What is the clinical utility of patient navigation programs for people with dementia?
What is the cost-effectiveness of patient navigation programs for people with dementia?
What are the evidence-based guidelines regarding the use of patient navigation services for people with any medical condition?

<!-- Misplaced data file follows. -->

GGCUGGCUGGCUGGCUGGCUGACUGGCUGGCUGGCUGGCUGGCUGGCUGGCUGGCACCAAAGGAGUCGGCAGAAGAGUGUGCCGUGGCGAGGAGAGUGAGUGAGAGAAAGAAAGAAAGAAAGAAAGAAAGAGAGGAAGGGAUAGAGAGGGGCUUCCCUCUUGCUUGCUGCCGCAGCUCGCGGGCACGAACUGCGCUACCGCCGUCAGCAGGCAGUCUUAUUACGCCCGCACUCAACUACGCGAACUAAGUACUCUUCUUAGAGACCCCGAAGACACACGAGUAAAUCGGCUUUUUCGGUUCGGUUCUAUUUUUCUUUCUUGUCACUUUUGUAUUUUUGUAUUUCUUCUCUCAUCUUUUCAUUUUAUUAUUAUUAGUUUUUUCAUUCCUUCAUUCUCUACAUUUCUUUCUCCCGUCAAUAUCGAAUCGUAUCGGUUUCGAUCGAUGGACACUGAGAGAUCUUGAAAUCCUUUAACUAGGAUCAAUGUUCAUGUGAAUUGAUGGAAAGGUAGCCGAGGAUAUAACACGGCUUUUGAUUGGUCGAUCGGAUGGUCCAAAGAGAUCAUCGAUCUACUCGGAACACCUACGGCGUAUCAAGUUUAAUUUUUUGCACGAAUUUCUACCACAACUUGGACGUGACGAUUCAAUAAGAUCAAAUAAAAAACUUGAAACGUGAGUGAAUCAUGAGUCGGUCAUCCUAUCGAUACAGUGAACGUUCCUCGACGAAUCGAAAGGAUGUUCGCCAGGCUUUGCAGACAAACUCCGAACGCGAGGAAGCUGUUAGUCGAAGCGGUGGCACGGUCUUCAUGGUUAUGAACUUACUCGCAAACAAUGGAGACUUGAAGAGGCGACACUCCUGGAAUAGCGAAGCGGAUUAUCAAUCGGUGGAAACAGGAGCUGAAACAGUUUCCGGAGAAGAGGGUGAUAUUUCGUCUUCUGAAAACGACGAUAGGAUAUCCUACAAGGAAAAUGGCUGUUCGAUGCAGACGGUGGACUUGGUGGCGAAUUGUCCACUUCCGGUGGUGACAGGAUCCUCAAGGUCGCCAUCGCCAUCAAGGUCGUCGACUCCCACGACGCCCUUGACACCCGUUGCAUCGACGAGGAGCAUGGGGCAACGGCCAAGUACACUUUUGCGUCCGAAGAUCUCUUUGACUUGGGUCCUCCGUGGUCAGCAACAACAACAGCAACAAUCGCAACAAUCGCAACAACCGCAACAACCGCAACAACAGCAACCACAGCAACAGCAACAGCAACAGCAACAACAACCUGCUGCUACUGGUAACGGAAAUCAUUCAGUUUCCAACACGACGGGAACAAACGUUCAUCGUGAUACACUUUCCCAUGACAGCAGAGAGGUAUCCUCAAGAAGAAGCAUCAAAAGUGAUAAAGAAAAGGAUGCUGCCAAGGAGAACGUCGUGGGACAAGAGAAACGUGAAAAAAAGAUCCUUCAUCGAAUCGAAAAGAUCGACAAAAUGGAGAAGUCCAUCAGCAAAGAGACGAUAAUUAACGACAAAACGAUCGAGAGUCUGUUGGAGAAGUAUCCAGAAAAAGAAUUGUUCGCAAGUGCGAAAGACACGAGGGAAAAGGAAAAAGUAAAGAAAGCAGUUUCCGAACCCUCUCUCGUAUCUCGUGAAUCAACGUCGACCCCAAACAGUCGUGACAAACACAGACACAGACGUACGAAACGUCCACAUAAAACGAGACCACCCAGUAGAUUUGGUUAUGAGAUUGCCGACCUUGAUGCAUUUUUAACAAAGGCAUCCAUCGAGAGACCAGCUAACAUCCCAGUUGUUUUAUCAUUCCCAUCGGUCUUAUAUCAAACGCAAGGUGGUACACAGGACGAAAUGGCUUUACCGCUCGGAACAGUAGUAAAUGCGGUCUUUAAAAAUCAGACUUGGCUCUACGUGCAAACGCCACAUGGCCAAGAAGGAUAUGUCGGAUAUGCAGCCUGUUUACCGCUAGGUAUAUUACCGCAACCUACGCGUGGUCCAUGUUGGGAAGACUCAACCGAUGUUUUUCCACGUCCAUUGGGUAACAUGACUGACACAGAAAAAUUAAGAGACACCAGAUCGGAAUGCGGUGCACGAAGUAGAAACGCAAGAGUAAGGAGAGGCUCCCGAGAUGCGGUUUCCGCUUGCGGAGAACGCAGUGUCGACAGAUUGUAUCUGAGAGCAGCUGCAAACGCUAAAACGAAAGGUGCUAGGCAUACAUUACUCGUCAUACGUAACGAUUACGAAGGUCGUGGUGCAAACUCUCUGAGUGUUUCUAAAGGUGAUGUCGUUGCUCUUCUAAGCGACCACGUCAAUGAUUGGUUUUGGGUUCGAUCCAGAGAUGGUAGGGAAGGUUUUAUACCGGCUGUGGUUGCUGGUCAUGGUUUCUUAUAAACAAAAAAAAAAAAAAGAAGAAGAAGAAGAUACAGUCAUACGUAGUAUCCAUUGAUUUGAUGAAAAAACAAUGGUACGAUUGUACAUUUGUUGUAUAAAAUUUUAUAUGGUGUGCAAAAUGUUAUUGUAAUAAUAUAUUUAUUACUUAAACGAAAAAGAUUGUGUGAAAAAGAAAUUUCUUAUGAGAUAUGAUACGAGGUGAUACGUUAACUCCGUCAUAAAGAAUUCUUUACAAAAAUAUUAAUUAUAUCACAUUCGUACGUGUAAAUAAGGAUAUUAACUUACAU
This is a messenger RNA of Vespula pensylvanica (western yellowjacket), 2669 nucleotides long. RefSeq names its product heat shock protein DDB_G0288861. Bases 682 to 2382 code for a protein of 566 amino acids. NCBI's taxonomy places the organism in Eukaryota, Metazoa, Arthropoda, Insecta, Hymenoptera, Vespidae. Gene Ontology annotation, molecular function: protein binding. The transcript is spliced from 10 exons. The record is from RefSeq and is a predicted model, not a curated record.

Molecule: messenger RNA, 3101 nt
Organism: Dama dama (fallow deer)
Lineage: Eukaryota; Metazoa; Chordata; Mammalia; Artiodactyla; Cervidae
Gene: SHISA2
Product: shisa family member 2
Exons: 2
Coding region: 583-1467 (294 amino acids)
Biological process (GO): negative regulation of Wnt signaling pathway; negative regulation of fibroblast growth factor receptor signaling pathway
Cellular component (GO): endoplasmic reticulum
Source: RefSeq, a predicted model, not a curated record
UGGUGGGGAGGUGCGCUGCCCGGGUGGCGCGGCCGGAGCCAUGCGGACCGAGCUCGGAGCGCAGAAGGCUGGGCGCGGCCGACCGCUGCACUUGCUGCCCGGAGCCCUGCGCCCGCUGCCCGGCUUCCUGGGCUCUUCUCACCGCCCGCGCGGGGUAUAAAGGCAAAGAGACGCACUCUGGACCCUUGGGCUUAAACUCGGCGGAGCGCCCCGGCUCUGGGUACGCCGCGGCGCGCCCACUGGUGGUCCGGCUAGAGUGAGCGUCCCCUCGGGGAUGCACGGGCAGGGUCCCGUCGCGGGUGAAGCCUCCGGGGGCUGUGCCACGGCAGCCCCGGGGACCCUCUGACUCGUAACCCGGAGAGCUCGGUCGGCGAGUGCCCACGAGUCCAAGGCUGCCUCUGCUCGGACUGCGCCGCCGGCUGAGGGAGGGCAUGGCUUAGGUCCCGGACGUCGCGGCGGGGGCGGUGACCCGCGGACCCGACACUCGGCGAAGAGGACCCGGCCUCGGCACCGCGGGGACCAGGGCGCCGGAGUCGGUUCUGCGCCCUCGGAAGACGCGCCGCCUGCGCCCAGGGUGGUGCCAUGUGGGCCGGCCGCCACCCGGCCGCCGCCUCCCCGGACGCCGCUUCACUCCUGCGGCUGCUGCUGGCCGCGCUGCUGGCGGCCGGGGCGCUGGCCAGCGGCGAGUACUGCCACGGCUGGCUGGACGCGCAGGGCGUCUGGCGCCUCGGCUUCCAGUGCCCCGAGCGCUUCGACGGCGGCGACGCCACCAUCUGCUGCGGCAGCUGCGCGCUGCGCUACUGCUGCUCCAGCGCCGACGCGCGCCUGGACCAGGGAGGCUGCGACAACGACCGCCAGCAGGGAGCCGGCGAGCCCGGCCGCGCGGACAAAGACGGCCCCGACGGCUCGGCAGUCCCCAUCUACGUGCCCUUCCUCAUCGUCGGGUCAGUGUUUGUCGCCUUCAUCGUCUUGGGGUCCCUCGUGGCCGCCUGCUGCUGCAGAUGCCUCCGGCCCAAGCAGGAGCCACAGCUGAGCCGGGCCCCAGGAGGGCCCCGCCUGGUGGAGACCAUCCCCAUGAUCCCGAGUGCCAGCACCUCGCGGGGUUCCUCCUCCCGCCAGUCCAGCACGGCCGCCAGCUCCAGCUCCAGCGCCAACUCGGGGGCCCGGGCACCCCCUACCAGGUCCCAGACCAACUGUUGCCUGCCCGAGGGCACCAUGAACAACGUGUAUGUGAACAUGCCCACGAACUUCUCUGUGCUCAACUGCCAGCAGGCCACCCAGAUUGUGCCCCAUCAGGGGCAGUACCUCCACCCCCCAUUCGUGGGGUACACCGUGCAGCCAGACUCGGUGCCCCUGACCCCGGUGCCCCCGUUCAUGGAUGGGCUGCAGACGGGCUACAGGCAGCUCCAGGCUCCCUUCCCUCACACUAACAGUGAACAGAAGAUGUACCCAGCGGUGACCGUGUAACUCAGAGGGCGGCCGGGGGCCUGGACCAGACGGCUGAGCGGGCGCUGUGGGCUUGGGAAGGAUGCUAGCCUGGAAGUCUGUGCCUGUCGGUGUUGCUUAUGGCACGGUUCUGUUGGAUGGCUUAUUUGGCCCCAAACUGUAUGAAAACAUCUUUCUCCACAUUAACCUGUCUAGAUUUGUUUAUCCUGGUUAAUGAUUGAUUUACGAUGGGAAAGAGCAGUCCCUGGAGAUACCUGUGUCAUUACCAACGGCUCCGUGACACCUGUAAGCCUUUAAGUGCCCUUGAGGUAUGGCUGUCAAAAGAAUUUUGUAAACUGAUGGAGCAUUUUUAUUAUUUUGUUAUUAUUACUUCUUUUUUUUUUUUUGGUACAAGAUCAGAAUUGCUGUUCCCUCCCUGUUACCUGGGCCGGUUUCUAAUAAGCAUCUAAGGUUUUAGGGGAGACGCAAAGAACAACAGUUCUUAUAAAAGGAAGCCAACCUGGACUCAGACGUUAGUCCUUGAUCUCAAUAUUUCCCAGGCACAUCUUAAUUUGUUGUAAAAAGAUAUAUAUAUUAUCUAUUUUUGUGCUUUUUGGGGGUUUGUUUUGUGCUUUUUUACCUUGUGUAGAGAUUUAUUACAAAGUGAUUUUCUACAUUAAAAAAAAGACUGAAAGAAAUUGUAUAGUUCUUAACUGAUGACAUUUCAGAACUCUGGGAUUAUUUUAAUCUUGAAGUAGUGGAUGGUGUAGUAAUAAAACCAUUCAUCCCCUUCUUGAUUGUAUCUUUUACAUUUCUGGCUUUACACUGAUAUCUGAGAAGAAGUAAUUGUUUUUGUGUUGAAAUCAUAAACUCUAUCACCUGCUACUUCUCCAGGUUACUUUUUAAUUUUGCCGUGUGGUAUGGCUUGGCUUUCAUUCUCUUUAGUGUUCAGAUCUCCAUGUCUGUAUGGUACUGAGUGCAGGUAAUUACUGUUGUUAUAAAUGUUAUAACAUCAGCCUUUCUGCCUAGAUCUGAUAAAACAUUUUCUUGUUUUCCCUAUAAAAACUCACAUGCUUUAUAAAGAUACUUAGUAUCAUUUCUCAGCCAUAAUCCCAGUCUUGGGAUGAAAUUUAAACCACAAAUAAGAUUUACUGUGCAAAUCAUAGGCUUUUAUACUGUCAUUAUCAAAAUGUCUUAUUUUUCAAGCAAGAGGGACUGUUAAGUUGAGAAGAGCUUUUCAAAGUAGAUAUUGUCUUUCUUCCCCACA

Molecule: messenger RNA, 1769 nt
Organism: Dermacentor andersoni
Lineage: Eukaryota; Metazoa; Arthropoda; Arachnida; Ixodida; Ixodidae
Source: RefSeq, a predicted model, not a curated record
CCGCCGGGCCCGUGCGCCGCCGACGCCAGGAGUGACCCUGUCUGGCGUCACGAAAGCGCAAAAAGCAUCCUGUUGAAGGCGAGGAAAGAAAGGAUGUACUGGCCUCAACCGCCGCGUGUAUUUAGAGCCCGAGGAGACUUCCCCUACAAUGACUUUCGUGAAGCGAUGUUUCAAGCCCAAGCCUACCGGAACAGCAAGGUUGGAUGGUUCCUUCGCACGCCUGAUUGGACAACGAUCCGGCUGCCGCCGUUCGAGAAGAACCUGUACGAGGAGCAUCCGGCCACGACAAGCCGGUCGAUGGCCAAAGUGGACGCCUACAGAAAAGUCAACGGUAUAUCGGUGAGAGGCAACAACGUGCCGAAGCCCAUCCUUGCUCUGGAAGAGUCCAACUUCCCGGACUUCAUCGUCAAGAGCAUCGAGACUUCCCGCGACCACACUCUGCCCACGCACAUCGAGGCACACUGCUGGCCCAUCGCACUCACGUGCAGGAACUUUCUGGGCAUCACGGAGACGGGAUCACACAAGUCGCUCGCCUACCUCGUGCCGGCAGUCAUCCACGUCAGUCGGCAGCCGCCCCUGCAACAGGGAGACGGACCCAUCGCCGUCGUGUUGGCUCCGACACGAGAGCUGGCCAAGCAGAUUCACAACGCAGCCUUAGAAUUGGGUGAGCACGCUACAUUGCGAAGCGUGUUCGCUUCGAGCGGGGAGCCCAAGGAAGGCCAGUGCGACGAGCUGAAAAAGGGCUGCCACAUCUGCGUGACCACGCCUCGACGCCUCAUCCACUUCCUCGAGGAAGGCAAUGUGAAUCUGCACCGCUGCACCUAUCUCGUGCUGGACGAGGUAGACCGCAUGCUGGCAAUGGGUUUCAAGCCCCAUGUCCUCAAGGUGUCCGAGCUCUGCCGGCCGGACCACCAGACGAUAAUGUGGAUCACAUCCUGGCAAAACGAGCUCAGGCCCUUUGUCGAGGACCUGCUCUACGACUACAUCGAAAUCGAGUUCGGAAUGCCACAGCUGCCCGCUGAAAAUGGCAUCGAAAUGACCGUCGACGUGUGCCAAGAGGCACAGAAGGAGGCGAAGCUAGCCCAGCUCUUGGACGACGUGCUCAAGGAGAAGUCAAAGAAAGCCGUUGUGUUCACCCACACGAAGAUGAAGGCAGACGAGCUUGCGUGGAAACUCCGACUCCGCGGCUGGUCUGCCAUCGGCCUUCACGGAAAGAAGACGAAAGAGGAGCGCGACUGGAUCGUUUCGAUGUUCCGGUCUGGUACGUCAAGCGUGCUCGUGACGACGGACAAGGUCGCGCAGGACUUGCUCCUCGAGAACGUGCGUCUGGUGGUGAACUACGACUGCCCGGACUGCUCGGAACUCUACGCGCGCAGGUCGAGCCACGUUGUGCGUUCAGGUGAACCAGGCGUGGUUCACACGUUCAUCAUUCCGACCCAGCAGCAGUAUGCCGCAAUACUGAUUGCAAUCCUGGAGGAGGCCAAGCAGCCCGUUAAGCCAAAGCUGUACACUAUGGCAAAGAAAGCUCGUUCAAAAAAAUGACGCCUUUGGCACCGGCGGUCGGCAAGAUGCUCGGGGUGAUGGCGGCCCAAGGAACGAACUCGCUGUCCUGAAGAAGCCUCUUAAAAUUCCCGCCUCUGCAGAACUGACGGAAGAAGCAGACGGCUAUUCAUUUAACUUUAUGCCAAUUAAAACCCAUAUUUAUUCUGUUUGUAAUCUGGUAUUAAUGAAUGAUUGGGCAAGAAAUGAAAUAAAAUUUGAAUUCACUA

Patient navigation programs are generally community-based service delivery interventions (such as collaborative care, coordinated care, and case management) intended to enhance timely access to the diagnosis and treatment of individuals with chronic conditions, including dementia. Overall, for coordinated care compared with usual care, clinical findings were either mixed or there were no between-group differences in terms of hospitalization, institutionalization, or nursing home admissions; quality of life; or symptoms. For coordinated care compared with usual care, there was no statistically significant between-group difference in mortality. However, there was evidence of improvement in terms of behaviour with coordinated care compared with usual care. According to 1 economic evaluation, for patients with dementia, with the majority having no or mild cognitive impairment, collaborative dementia care management provided increased benefit (quality-adjusted life-years gained) at decreased cost. Three guidelines were identified that provided recommendations for care coordination. One guideline recommends coordinated care for people living with dementia that is organized by a single-named health or social care professional. The second guideline recommends the use of digital technology to enhance care coordination in persons with mental illness. The third guideline recommends coordinated care for people with delirium, dementia, and depression. Findings need to be interpreted in the light of limitations (such as lack of information in the study populations type of dementia, mixed findings in outcomes, and lack of information beyond 24 months of follow-up).